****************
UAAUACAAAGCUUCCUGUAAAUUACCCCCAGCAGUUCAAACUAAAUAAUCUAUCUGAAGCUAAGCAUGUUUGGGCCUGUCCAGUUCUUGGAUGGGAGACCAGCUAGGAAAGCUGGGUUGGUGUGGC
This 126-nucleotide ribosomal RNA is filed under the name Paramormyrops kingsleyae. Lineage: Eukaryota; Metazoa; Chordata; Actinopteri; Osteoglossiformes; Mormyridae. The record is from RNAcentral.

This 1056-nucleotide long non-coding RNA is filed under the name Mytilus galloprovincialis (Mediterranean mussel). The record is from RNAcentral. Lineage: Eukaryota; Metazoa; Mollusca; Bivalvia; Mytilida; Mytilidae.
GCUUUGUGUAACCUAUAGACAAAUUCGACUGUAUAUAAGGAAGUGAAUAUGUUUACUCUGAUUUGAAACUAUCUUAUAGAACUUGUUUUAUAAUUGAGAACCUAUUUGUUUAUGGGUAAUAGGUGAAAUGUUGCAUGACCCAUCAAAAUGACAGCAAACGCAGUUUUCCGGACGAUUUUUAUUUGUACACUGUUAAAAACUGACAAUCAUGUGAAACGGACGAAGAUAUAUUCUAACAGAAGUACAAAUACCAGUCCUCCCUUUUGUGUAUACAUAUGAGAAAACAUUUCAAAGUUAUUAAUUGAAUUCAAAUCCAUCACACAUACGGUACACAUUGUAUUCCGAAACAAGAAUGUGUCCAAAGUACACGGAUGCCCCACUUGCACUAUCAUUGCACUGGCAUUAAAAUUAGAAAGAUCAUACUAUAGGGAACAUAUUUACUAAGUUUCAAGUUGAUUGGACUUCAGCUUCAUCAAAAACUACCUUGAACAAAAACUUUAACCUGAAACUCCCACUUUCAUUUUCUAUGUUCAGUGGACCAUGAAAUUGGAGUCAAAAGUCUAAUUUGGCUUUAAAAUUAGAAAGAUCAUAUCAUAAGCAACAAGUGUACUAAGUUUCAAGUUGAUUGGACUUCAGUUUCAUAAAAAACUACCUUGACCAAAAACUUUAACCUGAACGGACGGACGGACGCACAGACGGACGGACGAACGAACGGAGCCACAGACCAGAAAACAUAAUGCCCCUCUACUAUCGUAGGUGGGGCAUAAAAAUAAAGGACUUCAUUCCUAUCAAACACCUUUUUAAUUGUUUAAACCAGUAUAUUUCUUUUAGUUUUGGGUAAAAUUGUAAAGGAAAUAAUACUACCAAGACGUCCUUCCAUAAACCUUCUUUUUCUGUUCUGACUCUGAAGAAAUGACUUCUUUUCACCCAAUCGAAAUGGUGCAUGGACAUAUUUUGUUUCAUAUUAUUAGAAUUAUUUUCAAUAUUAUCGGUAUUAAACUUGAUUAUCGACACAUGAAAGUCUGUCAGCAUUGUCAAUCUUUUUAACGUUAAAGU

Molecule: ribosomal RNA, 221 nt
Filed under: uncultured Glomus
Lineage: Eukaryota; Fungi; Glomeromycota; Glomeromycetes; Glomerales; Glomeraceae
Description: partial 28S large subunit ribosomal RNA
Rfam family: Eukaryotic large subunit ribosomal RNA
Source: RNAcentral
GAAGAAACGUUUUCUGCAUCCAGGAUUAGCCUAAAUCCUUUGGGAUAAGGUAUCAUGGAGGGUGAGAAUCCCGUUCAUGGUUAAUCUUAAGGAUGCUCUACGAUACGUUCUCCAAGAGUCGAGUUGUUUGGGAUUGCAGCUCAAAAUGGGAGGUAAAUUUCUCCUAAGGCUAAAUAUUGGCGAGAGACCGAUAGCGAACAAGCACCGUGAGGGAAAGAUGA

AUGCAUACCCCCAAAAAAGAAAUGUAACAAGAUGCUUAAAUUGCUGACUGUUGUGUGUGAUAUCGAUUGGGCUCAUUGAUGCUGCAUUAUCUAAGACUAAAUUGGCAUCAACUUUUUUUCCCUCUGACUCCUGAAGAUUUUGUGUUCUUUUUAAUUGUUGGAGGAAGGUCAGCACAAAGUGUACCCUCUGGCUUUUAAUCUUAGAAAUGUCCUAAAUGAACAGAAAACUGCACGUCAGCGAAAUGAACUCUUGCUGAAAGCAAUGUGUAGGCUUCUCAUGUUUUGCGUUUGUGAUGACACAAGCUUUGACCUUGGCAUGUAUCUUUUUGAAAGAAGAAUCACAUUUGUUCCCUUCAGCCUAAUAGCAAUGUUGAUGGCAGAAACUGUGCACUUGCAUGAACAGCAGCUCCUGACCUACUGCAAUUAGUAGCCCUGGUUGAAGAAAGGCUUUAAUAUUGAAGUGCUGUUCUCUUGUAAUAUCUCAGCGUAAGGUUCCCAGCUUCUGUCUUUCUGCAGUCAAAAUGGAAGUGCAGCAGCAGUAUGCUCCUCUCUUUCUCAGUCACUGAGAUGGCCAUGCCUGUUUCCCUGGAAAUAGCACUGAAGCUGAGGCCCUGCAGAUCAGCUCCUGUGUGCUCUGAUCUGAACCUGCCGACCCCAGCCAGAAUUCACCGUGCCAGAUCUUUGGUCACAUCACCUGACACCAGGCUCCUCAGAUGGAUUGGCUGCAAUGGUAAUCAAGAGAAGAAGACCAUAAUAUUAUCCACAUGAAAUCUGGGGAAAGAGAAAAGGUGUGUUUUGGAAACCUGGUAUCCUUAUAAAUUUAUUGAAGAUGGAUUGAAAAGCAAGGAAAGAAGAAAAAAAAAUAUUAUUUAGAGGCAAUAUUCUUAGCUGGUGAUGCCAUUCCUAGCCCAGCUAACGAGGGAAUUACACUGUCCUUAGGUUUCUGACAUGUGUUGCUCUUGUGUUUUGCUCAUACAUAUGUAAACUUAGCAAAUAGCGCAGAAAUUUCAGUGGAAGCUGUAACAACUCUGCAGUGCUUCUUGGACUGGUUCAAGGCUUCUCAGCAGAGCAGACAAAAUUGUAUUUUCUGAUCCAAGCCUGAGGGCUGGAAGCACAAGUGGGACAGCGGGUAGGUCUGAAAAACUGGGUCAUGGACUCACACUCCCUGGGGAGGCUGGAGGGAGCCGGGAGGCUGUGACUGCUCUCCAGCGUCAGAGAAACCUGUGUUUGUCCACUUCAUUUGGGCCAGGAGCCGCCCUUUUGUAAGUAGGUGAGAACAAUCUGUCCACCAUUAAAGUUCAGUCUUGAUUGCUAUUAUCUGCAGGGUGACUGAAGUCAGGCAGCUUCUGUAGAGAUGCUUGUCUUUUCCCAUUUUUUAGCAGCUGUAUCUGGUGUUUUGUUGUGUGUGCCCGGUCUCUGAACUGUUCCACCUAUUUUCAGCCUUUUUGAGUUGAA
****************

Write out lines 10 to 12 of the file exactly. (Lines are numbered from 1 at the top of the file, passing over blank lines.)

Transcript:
Source: RNAcentral
GAAGAAACGUUUUCUGCAUCCAGGAUUAGCCUAAAUCCUUUGGGAUAAGGUAUCAUGGAGGGUGAGAAUCCCGUUCAUGGUUAAUCUUAAGGAUGCUCUACGAUACGUUCUCCAAGAGUCGAGUUGUUUGGGAUUGCAGCUCAAAAUGGGAGGUAAAUUUCUCCUAAGGCUAAAUAUUGGCGAGAGACCGAUAGCGAACAAGCACCGUGAGGGAAAGAUGA

AUGCAUACCCCCAAAAAAGAAAUGUAACAAGAUGCUUAAAUUGCUGACUGUUGUGUGUGAUAUCGAUUGGGCUCAUUGAUGCUGCAUUAUCUAAGACUAAAUUGGCAUCAACUUUUUUUCCCUCUGACUCCUGAAGAUUUUGUGUUCUUUUUAAUUGUUGGAGGAAGGUCAGCACAAAGUGUACCCUCUGGCUUUUAAUCUUAGAAAUGUCCUAAAUGAACAGAAAACUGCACGUCAGCGAAAUGAACUCUUGCUGAAAGCAAUGUGUAGGCUUCUCAUGUUUUGCGUUUGUGAUGACACAAGCUUUGACCUUGGCAUGUAUCUUUUUGAAAGAAGAAUCACAUUUGUUCCCUUCAGCCUAAUAGCAAUGUUGAUGGCAGAAACUGUGCACUUGCAUGAACAGCAGCUCCUGACCUACUGCAAUUAGUAGCCCUGGUUGAAGAAAGGCUUUAAUAUUGAAGUGCUGUUCUCUUGUAAUAUCUCAGCGUAAGGUUCCCAGCUUCUGUCUUUCUGCAGUCAAAAUGGAAGUGCAGCAGCAGUAUGCUCCUCUCUUUCUCAGUCACUGAGAUGGCCAUGCCUGUUUCCCUGGAAAUAGCACUGAAGCUGAGGCCCUGCAGAUCAGCUCCUGUGUGCUCUGAUCUGAACCUGCCGACCCCAGCCAGAAUUCACCGUGCCAGAUCUUUGGUCACAUCACCUGACACCAGGCUCCUCAGAUGGAUUGGCUGCAAUGGUAAUCAAGAGAAGAAGACCAUAAUAUUAUCCACAUGAAAUCUGGGGAAAGAGAAAAGGUGUGUUUUGGAAACCUGGUAUCCUUAUAAAUUUAUUGAAGAUGGAUUGAAAAGCAAGGAAAGAAGAAAAAAAAAUAUUAUUUAGAGGCAAUAUUCUUAGCUGGUGAUGCCAUUCCUAGCCCAGCUAACGAGGGAAUUACACUGUCCUUAGGUUUCUGACAUGUGUUGCUCUUGUGUUUUGCUCAUACAUAUGUAAACUUAGCAAAUAGCGCAGAAAUUUCAGUGGAAGCUGUAACAACUCUGCAGUGCUUCUUGGACUGGUUCAAGGCUUCUCAGCAGAGCAGACAAAAUUGUAUUUUCUGAUCCAAGCCUGAGGGCUGGAAGCACAAGUGGGACAGCGGGUAGGUCUGAAAAACUGGGUCAUGGACUCACACUCCCUGGGGAGGCUGGAGGGAGCCGGGAGGCUGUGACUGCUCUCCAGCGUCAGAGAAACCUGUGUUUGUCCACUUCAUUUGGGCCAGGAGCCGCCCUUUUGUAAGUAGGUGAGAACAAUCUGUCCACCAUUAAAGUUCAGUCUUGAUUGCUAUUAUCUGCAGGGUGACUGAAGUCAGGCAGCUUCUGUAGAGAUGCUUGUCUUUUCCCAUUUUUUAGCAGCUGUAUCUGGUGUUUUGUUGUGUGUGCCCGGUCUCUGAACUGUUCCACCUAUUUUCAGCCUUUUUGAGUUGAA